Where acrylate- or methacrylate-containing hydroxy or acid-containing monomers are utilized, their percentage may be added to the percentage of the acrylate or methacrylate ester monomer to determine the total amount of acrylic or methacrylic monomer present.
The hydroxy monomers should be utilized in the instant invention in weight ranges of about 2 to about 20 percent, by weight, based on the total acrylic polymer composition, preferably about 2 to about 5 percent. The acid-containing monomer should be utilized in the range of about one to about 10 percent, on the same basis, preferably about 2 to about 5 percent. The other monomer copolymerizable with the acrylate monomer can be utilized in about the 10 to 50 percent range on the same basis.
The acrylate polymers of the instant invention are prepared by coreacting the desired monomers in the presence of a catalytic amount of a free radical generating catalyst. Included are benzoyl peroxide, tertiary butyl peroctoate, tertiary butyl perbenzoate, tertiary butyl hydroperoxide, cumyl hydroperoxide, dicumyl peroxide, ditertiary butyl peroxide, and the like.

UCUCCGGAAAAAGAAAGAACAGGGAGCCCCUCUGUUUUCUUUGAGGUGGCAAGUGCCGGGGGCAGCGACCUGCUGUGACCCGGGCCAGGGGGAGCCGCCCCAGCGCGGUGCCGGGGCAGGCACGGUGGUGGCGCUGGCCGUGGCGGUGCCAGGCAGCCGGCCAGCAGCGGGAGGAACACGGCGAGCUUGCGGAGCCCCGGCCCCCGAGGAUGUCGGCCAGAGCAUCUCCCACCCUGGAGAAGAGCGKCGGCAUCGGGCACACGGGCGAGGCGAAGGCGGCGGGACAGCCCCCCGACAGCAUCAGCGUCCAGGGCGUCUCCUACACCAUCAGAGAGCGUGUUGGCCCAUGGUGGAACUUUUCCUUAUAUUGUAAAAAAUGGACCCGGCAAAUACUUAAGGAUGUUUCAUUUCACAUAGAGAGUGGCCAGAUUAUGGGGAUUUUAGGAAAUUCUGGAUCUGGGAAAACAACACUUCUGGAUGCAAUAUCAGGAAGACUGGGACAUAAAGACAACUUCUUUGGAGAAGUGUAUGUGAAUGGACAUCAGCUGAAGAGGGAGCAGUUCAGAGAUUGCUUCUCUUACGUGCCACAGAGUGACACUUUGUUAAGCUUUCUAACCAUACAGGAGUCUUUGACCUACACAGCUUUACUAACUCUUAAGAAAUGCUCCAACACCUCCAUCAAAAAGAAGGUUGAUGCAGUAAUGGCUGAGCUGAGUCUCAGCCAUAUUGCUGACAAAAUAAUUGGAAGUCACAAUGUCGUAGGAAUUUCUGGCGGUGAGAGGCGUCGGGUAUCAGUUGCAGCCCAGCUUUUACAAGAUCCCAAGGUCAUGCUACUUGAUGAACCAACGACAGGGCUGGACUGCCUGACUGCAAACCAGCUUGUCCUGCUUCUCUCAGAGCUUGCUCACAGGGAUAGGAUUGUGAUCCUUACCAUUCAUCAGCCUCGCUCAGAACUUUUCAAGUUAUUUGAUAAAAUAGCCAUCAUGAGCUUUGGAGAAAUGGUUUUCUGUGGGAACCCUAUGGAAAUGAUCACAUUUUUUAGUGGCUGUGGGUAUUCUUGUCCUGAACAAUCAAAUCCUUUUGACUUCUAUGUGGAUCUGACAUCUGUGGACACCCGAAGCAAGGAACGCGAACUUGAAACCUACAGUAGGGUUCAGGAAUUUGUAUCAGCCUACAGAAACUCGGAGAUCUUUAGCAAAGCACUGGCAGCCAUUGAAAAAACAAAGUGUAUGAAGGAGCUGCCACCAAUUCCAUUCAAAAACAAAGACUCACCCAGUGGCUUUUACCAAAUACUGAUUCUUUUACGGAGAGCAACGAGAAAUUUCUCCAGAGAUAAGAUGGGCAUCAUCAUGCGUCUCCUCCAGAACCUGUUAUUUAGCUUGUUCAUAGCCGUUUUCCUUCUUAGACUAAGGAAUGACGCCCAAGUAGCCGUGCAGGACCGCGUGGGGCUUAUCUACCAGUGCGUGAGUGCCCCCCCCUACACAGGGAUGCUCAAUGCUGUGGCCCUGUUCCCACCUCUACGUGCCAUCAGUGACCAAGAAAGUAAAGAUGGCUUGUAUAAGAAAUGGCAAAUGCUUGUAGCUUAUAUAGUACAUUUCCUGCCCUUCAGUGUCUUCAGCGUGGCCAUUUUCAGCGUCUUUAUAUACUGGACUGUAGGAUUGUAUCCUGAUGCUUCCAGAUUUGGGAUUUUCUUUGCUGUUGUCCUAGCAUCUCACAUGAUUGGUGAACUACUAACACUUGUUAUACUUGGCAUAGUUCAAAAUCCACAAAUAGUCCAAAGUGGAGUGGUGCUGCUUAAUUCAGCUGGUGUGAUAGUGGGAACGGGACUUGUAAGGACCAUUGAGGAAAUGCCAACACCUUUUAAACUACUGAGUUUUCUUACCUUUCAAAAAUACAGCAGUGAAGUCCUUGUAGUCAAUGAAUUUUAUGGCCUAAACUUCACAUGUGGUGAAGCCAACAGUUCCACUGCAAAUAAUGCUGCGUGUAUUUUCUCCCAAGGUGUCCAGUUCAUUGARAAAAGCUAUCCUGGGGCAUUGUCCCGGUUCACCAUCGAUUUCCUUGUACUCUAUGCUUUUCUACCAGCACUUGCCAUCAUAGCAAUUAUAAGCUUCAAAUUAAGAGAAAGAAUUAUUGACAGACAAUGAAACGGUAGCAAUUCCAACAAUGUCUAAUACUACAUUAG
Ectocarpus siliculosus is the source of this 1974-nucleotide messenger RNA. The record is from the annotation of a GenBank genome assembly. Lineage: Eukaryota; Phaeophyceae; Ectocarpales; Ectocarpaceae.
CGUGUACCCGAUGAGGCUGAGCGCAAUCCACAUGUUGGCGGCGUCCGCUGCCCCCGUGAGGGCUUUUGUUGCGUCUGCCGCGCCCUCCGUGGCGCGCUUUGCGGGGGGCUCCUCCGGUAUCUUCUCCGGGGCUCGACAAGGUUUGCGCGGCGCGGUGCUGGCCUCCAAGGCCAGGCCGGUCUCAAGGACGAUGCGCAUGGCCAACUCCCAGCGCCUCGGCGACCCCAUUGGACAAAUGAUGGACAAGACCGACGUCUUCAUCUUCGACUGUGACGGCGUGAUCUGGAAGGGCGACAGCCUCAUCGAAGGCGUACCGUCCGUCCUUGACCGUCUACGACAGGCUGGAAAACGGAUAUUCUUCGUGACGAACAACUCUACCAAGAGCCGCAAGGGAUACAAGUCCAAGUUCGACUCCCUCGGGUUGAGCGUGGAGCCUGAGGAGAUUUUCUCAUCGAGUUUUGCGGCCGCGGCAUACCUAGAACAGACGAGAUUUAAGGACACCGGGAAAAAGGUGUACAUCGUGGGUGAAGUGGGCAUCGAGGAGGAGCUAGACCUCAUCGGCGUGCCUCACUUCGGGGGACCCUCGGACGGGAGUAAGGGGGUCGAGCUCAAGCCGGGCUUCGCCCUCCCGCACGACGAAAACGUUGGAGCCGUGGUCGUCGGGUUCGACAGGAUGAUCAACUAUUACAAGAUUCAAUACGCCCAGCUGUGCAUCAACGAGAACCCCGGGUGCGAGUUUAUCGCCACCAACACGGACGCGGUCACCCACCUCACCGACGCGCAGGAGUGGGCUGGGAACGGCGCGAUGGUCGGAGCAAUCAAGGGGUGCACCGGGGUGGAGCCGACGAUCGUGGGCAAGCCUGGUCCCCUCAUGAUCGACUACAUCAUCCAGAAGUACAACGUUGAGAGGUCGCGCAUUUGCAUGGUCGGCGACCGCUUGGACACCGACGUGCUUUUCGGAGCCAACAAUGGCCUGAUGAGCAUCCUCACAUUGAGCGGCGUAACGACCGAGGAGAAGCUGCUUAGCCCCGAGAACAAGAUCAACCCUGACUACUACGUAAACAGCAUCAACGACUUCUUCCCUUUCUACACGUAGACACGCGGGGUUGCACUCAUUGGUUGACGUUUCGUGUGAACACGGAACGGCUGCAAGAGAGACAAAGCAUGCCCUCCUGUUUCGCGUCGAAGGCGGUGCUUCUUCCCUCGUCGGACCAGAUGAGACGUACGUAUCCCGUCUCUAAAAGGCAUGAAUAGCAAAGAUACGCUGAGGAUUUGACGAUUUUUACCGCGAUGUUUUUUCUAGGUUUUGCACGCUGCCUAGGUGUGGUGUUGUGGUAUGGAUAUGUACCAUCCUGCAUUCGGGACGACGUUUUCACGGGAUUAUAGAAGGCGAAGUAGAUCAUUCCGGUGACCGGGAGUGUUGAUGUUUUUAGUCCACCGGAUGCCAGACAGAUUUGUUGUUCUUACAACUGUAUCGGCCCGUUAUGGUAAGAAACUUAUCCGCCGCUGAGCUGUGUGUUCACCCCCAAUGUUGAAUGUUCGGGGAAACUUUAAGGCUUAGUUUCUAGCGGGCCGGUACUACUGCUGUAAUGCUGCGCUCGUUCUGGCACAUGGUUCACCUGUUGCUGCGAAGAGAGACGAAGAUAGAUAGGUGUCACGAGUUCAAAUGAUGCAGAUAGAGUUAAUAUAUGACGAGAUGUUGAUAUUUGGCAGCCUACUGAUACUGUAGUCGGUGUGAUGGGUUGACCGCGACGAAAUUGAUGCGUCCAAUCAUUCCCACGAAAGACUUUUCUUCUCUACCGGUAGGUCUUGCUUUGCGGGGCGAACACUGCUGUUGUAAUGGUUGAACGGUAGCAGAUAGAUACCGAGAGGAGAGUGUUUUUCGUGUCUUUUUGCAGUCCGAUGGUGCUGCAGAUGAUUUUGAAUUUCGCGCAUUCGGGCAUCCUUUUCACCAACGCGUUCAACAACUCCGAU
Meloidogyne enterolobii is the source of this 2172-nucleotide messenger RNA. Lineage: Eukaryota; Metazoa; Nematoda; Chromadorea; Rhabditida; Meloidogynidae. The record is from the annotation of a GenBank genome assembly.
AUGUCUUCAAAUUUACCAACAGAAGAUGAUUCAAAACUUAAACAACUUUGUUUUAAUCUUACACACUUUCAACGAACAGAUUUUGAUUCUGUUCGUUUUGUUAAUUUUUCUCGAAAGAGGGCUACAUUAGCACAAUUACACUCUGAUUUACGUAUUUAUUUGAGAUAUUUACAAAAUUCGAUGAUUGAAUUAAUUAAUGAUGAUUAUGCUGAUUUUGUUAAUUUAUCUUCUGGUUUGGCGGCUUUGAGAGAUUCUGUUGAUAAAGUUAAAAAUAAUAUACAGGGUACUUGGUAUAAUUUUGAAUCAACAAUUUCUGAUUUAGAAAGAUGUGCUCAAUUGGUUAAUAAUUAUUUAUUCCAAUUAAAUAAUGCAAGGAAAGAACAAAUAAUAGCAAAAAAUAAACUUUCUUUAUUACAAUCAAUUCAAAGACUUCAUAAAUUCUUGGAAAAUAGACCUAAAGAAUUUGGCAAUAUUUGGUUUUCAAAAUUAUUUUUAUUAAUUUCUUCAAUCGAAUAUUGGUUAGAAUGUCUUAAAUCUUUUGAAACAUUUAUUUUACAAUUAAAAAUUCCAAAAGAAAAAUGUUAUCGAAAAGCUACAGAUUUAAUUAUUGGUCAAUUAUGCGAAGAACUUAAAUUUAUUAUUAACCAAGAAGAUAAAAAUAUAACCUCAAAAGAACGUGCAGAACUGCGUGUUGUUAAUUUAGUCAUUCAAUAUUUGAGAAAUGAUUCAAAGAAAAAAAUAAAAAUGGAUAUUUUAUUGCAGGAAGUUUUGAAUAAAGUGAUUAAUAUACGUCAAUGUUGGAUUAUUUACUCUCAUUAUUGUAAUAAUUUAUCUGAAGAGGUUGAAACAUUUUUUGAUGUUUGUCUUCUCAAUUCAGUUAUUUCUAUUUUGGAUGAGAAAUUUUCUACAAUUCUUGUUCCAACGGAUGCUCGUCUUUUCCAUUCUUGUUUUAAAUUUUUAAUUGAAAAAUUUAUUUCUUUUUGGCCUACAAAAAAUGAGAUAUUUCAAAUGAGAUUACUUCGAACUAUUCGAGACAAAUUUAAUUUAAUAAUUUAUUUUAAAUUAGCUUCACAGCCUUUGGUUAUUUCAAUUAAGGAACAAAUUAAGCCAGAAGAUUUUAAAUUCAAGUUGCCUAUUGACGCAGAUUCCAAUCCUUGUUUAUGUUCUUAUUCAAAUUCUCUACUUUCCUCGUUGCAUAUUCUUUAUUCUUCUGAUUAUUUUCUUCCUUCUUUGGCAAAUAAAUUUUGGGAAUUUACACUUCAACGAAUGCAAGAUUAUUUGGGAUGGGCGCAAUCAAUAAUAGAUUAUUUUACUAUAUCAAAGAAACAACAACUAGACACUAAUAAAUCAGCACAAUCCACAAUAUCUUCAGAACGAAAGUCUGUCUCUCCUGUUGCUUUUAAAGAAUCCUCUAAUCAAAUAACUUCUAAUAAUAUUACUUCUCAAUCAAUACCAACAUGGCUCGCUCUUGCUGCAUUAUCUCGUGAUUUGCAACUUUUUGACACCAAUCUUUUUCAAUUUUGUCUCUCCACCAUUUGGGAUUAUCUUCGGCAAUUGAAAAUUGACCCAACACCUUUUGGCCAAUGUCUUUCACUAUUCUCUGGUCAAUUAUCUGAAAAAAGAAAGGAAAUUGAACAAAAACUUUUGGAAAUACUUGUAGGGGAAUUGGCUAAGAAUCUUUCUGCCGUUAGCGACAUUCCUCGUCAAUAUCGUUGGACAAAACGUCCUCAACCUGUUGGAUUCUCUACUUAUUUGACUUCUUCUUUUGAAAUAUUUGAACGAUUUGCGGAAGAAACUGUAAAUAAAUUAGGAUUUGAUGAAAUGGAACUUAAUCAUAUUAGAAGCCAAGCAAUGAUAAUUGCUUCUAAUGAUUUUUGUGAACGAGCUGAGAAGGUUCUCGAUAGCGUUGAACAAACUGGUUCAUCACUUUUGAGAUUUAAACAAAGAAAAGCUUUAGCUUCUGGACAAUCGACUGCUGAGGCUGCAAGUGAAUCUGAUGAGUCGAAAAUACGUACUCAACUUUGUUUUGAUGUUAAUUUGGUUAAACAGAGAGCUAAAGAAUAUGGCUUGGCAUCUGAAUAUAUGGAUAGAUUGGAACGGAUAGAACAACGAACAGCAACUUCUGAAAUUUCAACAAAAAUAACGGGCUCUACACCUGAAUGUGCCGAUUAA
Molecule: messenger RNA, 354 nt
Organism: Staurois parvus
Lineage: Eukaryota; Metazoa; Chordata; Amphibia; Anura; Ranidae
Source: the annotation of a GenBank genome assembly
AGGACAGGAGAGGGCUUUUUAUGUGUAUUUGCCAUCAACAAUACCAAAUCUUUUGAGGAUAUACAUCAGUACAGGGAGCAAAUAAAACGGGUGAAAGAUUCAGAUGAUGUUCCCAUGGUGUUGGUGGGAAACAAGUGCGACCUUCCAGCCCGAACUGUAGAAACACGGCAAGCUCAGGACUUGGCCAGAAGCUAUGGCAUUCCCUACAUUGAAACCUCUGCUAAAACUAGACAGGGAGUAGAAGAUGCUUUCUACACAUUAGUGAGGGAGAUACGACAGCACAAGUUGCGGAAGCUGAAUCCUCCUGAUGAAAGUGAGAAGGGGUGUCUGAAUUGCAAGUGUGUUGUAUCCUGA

The catalyst should be added to the reaction over at least 30 minutes and preferably over the same period of time that the monomer is added. Catalyst levels can vary from about 0.5 percent to 10 percent, based on the total monomer weight, preferably 0.5 to 5 percent.
In carrying out the process of the instant invention, substantially all, i.e., at least about 30 percent, by weight, of a reaction solvent is added to the reaction vessel and heated to the desired temperature. In choosing the amount of solvent to be utilized, the final reaction solids, after all monomers have been added, should be no lower than about 30 percent, preferably about 45 to 60 percent solids, based on the total weight of the solvent and polymer.
Any solvent having a boiling point in the temperature range employed to carry out the reaction of the instant invention may be utilized. All that is required is that the solvent not be interferingly reactive with the polymers utilized in the instant invention, and be of sufficient volatility to be removable after the polymerization is completed.
Examples of these solvents include aromatic solvents, such as xylene, benzene, and toluene; hydrocarbon fractions, such as mineral spirits and the various naphthas, as well as the various alcohols, ethers, esters, and mixed ethers-esters or ether-alcohols.